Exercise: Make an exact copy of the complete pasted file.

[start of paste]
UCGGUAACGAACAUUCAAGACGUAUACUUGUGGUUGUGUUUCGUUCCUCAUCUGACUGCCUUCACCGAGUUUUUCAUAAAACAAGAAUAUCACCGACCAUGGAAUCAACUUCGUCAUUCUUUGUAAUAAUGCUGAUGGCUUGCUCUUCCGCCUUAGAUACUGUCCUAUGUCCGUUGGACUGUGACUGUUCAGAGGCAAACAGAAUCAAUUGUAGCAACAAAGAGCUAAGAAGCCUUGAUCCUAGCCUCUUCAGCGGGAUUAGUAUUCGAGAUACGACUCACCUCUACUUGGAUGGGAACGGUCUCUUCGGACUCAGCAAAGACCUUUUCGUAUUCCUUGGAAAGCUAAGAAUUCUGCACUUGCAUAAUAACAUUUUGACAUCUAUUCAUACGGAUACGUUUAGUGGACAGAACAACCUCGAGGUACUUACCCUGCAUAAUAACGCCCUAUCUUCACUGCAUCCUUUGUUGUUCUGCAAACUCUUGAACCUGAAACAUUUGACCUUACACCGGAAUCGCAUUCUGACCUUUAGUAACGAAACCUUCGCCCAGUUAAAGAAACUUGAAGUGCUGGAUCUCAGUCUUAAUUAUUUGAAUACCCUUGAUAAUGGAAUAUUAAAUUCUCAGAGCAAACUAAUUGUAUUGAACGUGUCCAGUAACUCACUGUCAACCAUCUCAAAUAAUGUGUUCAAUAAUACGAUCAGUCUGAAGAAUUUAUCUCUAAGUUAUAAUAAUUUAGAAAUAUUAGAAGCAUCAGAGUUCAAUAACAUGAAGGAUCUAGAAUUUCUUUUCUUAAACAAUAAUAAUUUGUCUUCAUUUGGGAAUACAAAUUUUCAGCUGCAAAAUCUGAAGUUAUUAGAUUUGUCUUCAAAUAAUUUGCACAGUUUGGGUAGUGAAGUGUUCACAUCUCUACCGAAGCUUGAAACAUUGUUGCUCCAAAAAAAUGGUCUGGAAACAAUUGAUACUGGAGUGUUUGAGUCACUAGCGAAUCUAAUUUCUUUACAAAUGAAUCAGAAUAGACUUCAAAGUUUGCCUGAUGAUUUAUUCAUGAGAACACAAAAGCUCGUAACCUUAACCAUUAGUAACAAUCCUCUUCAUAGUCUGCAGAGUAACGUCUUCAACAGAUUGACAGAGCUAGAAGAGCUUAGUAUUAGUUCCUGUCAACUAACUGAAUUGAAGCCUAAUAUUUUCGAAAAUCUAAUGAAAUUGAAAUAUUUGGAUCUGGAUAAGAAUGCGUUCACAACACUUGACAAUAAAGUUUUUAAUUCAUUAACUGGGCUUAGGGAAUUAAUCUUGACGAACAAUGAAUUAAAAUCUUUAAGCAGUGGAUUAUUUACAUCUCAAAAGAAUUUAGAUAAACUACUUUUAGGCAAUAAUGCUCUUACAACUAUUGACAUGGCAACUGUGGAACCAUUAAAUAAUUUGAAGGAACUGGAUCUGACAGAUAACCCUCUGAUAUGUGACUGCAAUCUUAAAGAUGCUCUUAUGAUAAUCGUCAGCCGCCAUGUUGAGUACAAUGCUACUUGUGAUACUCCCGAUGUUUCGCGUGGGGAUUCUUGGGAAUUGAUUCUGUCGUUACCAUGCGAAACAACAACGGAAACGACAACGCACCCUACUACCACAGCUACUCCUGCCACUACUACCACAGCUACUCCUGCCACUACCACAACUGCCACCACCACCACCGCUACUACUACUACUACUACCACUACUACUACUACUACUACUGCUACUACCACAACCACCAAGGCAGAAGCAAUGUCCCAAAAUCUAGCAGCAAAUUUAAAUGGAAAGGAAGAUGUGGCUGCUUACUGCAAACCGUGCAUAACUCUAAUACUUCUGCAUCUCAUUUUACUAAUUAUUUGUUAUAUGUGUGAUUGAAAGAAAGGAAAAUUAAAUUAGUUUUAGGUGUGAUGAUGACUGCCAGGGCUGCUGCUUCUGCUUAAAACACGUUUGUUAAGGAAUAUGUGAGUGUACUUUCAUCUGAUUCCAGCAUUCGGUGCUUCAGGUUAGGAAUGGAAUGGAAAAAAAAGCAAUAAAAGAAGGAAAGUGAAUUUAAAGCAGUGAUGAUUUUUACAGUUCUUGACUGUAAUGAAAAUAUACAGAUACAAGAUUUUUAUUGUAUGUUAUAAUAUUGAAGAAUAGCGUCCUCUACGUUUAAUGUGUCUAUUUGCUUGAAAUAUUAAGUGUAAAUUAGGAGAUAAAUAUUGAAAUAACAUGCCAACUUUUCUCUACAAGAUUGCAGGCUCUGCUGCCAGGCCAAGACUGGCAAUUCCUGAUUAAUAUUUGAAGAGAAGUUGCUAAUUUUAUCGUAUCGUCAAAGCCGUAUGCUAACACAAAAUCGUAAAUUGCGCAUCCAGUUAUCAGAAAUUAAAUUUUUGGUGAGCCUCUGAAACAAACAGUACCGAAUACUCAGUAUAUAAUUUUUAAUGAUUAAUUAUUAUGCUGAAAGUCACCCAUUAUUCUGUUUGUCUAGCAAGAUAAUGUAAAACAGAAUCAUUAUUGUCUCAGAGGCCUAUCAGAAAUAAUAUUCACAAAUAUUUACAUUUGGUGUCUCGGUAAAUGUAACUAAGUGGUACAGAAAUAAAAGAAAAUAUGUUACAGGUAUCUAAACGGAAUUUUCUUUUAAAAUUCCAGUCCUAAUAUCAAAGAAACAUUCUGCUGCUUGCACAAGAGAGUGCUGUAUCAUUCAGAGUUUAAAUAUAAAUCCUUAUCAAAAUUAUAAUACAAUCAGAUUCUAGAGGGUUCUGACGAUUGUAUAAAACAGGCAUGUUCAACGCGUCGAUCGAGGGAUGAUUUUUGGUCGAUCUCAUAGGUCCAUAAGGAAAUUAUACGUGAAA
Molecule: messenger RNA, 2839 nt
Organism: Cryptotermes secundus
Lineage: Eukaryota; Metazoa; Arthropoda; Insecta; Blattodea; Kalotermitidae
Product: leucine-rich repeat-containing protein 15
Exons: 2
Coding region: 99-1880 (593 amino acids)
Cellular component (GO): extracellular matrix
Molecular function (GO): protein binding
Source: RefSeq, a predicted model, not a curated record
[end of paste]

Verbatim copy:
UCGGUAACGAACAUUCAAGACGUAUACUUGUGGUUGUGUUUCGUUCCUCAUCUGACUGCCUUCACCGAGUUUUUCAUAAAACAAGAAUAUCACCGACCAUGGAAUCAACUUCGUCAUUCUUUGUAAUAAUGCUGAUGGCUUGCUCUUCCGCCUUAGAUACUGUCCUAUGUCCGUUGGACUGUGACUGUUCAGAGGCAAACAGAAUCAAUUGUAGCAACAAAGAGCUAAGAAGCCUUGAUCCUAGCCUCUUCAGCGGGAUUAGUAUUCGAGAUACGACUCACCUCUACUUGGAUGGGAACGGUCUCUUCGGACUCAGCAAAGACCUUUUCGUAUUCCUUGGAAAGCUAAGAAUUCUGCACUUGCAUAAUAACAUUUUGACAUCUAUUCAUACGGAUACGUUUAGUGGACAGAACAACCUCGAGGUACUUACCCUGCAUAAUAACGCCCUAUCUUCACUGCAUCCUUUGUUGUUCUGCAAACUCUUGAACCUGAAACAUUUGACCUUACACCGGAAUCGCAUUCUGACCUUUAGUAACGAAACCUUCGCCCAGUUAAAGAAACUUGAAGUGCUGGAUCUCAGUCUUAAUUAUUUGAAUACCCUUGAUAAUGGAAUAUUAAAUUCUCAGAGCAAACUAAUUGUAUUGAACGUGUCCAGUAACUCACUGUCAACCAUCUCAAAUAAUGUGUUCAAUAAUACGAUCAGUCUGAAGAAUUUAUCUCUAAGUUAUAAUAAUUUAGAAAUAUUAGAAGCAUCAGAGUUCAAUAACAUGAAGGAUCUAGAAUUUCUUUUCUUAAACAAUAAUAAUUUGUCUUCAUUUGGGAAUACAAAUUUUCAGCUGCAAAAUCUGAAGUUAUUAGAUUUGUCUUCAAAUAAUUUGCACAGUUUGGGUAGUGAAGUGUUCACAUCUCUACCGAAGCUUGAAACAUUGUUGCUCCAAAAAAAUGGUCUGGAAACAAUUGAUACUGGAGUGUUUGAGUCACUAGCGAAUCUAAUUUCUUUACAAAUGAAUCAGAAUAGACUUCAAAGUUUGCCUGAUGAUUUAUUCAUGAGAACACAAAAGCUCGUAACCUUAACCAUUAGUAACAAUCCUCUUCAUAGUCUGCAGAGUAACGUCUUCAACAGAUUGACAGAGCUAGAAGAGCUUAGUAUUAGUUCCUGUCAACUAACUGAAUUGAAGCCUAAUAUUUUCGAAAAUCUAAUGAAAUUGAAAUAUUUGGAUCUGGAUAAGAAUGCGUUCACAACACUUGACAAUAAAGUUUUUAAUUCAUUAACUGGGCUUAGGGAAUUAAUCUUGACGAACAAUGAAUUAAAAUCUUUAAGCAGUGGAUUAUUUACAUCUCAAAAGAAUUUAGAUAAACUACUUUUAGGCAAUAAUGCUCUUACAACUAUUGACAUGGCAACUGUGGAACCAUUAAAUAAUUUGAAGGAACUGGAUCUGACAGAUAACCCUCUGAUAUGUGACUGCAAUCUUAAAGAUGCUCUUAUGAUAAUCGUCAGCCGCCAUGUUGAGUACAAUGCUACUUGUGAUACUCCCGAUGUUUCGCGUGGGGAUUCUUGGGAAUUGAUUCUGUCGUUACCAUGCGAAACAACAACGGAAACGACAACGCACCCUACUACCACAGCUACUCCUGCCACUACUACCACAGCUACUCCUGCCACUACCACAACUGCCACCACCACCACCGCUACUACUACUACUACUACCACUACUACUACUACUACUACUGCUACUACCACAACCACCAAGGCAGAAGCAAUGUCCCAAAAUCUAGCAGCAAAUUUAAAUGGAAAGGAAGAUGUGGCUGCUUACUGCAAACCGUGCAUAACUCUAAUACUUCUGCAUCUCAUUUUACUAAUUAUUUGUUAUAUGUGUGAUUGAAAGAAAGGAAAAUUAAAUUAGUUUUAGGUGUGAUGAUGACUGCCAGGGCUGCUGCUUCUGCUUAAAACACGUUUGUUAAGGAAUAUGUGAGUGUACUUUCAUCUGAUUCCAGCAUUCGGUGCUUCAGGUUAGGAAUGGAAUGGAAAAAAAAGCAAUAAAAGAAGGAAAGUGAAUUUAAAGCAGUGAUGAUUUUUACAGUUCUUGACUGUAAUGAAAAUAUACAGAUACAAGAUUUUUAUUGUAUGUUAUAAUAUUGAAGAAUAGCGUCCUCUACGUUUAAUGUGUCUAUUUGCUUGAAAUAUUAAGUGUAAAUUAGGAGAUAAAUAUUGAAAUAACAUGCCAACUUUUCUCUACAAGAUUGCAGGCUCUGCUGCCAGGCCAAGACUGGCAAUUCCUGAUUAAUAUUUGAAGAGAAGUUGCUAAUUUUAUCGUAUCGUCAAAGCCGUAUGCUAACACAAAAUCGUAAAUUGCGCAUCCAGUUAUCAGAAAUUAAAUUUUUGGUGAGCCUCUGAAACAAACAGUACCGAAUACUCAGUAUAUAAUUUUUAAUGAUUAAUUAUUAUGCUGAAAGUCACCCAUUAUUCUGUUUGUCUAGCAAGAUAAUGUAAAACAGAAUCAUUAUUGUCUCAGAGGCCUAUCAGAAAUAAUAUUCACAAAUAUUUACAUUUGGUGUCUCGGUAAAUGUAACUAAGUGGUACAGAAAUAAAAGAAAAUAUGUUACAGGUAUCUAAACGGAAUUUUCUUUUAAAAUUCCAGUCCUAAUAUCAAAGAAACAUUCUGCUGCUUGCACAAGAGAGUGCUGUAUCAUUCAGAGUUUAAAUAUAAAUCCUUAUCAAAAUUAUAAUACAAUCAGAUUCUAGAGGGUUCUGACGAUUGUAUAAAACAGGCAUGUUCAACGCGUCGAUCGAGGGAUGAUUUUUGGUCGAUCUCAUAGGUCCAUAAGGAAAUUAUACGUGAAA
Molecule: messenger RNA, 2839 nt
Organism: Cryptotermes secundus
Lineage: Eukaryota; Metazoa; Arthropoda; Insecta; Blattodea; Kalotermitidae
Product: leucine-rich repeat-containing protein 15
Exons: 2
Coding region: 99-1880 (593 amino acids)
Cellular component (GO): extracellular matrix
Molecular function (GO): protein binding
Source: RefSeq, a predicted model, not a curated record